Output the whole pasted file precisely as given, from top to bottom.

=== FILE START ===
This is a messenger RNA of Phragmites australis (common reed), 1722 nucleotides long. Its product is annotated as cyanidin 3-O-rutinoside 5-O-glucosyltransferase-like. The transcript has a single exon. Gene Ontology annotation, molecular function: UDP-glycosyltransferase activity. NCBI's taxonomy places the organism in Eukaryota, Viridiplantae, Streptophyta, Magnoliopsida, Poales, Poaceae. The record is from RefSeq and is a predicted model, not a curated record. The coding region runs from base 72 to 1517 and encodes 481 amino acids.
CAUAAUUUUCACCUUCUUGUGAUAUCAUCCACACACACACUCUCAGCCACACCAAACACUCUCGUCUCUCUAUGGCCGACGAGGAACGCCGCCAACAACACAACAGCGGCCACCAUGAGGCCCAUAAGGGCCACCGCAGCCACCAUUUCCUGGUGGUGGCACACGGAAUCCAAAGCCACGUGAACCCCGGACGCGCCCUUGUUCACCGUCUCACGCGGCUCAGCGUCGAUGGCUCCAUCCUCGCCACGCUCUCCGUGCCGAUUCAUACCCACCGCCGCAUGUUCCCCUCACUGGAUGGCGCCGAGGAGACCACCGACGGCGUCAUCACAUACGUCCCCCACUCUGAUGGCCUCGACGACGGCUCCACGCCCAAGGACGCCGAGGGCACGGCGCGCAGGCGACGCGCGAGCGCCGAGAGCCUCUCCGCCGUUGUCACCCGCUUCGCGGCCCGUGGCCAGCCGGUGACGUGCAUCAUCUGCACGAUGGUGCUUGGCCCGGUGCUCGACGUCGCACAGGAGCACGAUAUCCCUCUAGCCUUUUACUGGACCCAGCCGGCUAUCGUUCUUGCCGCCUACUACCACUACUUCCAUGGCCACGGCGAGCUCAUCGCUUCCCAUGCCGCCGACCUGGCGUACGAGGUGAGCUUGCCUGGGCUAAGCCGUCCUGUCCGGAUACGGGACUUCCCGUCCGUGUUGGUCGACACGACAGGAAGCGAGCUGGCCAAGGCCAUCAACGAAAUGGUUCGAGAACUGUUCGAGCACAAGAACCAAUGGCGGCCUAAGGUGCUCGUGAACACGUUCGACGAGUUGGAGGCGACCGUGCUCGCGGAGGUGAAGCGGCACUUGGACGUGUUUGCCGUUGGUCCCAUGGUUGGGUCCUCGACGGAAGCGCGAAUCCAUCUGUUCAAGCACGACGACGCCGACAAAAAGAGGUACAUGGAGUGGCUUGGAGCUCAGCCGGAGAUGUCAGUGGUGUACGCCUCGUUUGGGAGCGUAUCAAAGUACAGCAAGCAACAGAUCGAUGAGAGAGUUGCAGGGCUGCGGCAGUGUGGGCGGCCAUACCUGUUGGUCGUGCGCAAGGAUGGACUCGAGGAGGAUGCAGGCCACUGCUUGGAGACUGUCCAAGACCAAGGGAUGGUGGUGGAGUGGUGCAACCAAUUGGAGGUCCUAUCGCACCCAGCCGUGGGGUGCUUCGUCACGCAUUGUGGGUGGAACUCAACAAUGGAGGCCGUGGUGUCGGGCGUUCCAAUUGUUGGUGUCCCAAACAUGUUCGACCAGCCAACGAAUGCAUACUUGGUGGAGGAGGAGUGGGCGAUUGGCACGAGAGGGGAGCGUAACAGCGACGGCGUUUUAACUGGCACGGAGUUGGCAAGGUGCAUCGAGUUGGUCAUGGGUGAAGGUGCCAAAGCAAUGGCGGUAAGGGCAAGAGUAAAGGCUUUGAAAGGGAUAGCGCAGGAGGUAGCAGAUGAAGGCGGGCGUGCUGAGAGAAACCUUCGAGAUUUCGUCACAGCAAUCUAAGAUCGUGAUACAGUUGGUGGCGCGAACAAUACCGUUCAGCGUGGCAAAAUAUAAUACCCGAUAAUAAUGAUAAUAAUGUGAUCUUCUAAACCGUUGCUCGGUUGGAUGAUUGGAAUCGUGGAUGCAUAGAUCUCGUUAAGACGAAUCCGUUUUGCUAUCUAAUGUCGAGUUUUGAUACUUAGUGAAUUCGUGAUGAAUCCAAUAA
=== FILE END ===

This is a messenger RNA of Phragmites australis (common reed), 1722 nucleotides long. Its product is annotated as cyanidin 3-O-rutinoside 5-O-glucosyltransferase-like. The transcript has a single exon. Gene Ontology annotation, molecular function: UDP-glycosyltransferase activity. NCBI's taxonomy places the organism in Eukaryota, Viridiplantae, Streptophyta, Magnoliopsida, Poales, Poaceae. The record is from RefSeq and is a predicted model, not a curated record. The coding region runs from base 72 to 1517 and encodes 481 amino acids.
CAUAAUUUUCACCUUCUUGUGAUAUCAUCCACACACACACUCUCAGCCACACCAAACACUCUCGUCUCUCUAUGGCCGACGAGGAACGCCGCCAACAACACAACAGCGGCCACCAUGAGGCCCAUAAGGGCCACCGCAGCCACCAUUUCCUGGUGGUGGCACACGGAAUCCAAAGCCACGUGAACCCCGGACGCGCCCUUGUUCACCGUCUCACGCGGCUCAGCGUCGAUGGCUCCAUCCUCGCCACGCUCUCCGUGCCGAUUCAUACCCACCGCCGCAUGUUCCCCUCACUGGAUGGCGCCGAGGAGACCACCGACGGCGUCAUCACAUACGUCCCCCACUCUGAUGGCCUCGACGACGGCUCCACGCCCAAGGACGCCGAGGGCACGGCGCGCAGGCGACGCGCGAGCGCCGAGAGCCUCUCCGCCGUUGUCACCCGCUUCGCGGCCCGUGGCCAGCCGGUGACGUGCAUCAUCUGCACGAUGGUGCUUGGCCCGGUGCUCGACGUCGCACAGGAGCACGAUAUCCCUCUAGCCUUUUACUGGACCCAGCCGGCUAUCGUUCUUGCCGCCUACUACCACUACUUCCAUGGCCACGGCGAGCUCAUCGCUUCCCAUGCCGCCGACCUGGCGUACGAGGUGAGCUUGCCUGGGCUAAGCCGUCCUGUCCGGAUACGGGACUUCCCGUCCGUGUUGGUCGACACGACAGGAAGCGAGCUGGCCAAGGCCAUCAACGAAAUGGUUCGAGAACUGUUCGAGCACAAGAACCAAUGGCGGCCUAAGGUGCUCGUGAACACGUUCGACGAGUUGGAGGCGACCGUGCUCGCGGAGGUGAAGCGGCACUUGGACGUGUUUGCCGUUGGUCCCAUGGUUGGGUCCUCGACGGAAGCGCGAAUCCAUCUGUUCAAGCACGACGACGCCGACAAAAAGAGGUACAUGGAGUGGCUUGGAGCUCAGCCGGAGAUGUCAGUGGUGUACGCCUCGUUUGGGAGCGUAUCAAAGUACAGCAAGCAACAGAUCGAUGAGAGAGUUGCAGGGCUGCGGCAGUGUGGGCGGCCAUACCUGUUGGUCGUGCGCAAGGAUGGACUCGAGGAGGAUGCAGGCCACUGCUUGGAGACUGUCCAAGACCAAGGGAUGGUGGUGGAGUGGUGCAACCAAUUGGAGGUCCUAUCGCACCCAGCCGUGGGGUGCUUCGUCACGCAUUGUGGGUGGAACUCAACAAUGGAGGCCGUGGUGUCGGGCGUUCCAAUUGUUGGUGUCCCAAACAUGUUCGACCAGCCAACGAAUGCAUACUUGGUGGAGGAGGAGUGGGCGAUUGGCACGAGAGGGGAGCGUAACAGCGACGGCGUUUUAACUGGCACGGAGUUGGCAAGGUGCAUCGAGUUGGUCAUGGGUGAAGGUGCCAAAGCAAUGGCGGUAAGGGCAAGAGUAAAGGCUUUGAAAGGGAUAGCGCAGGAGGUAGCAGAUGAAGGCGGGCGUGCUGAGAGAAACCUUCGAGAUUUCGUCACAGCAAUCUAAGAUCGUGAUACAGUUGGUGGCGCGAACAAUACCGUUCAGCGUGGCAAAAUAUAAUACCCGAUAAUAAUGAUAAUAAUGUGAUCUUCUAAACCGUUGCUCGGUUGGAUGAUUGGAAUCGUGGAUGCAUAGAUCUCGUUAAGACGAAUCCGUUUUGCUAUCUAAUGUCGAGUUUUGAUACUUAGUGAAUUCGUGAUGAAUCCAAUAA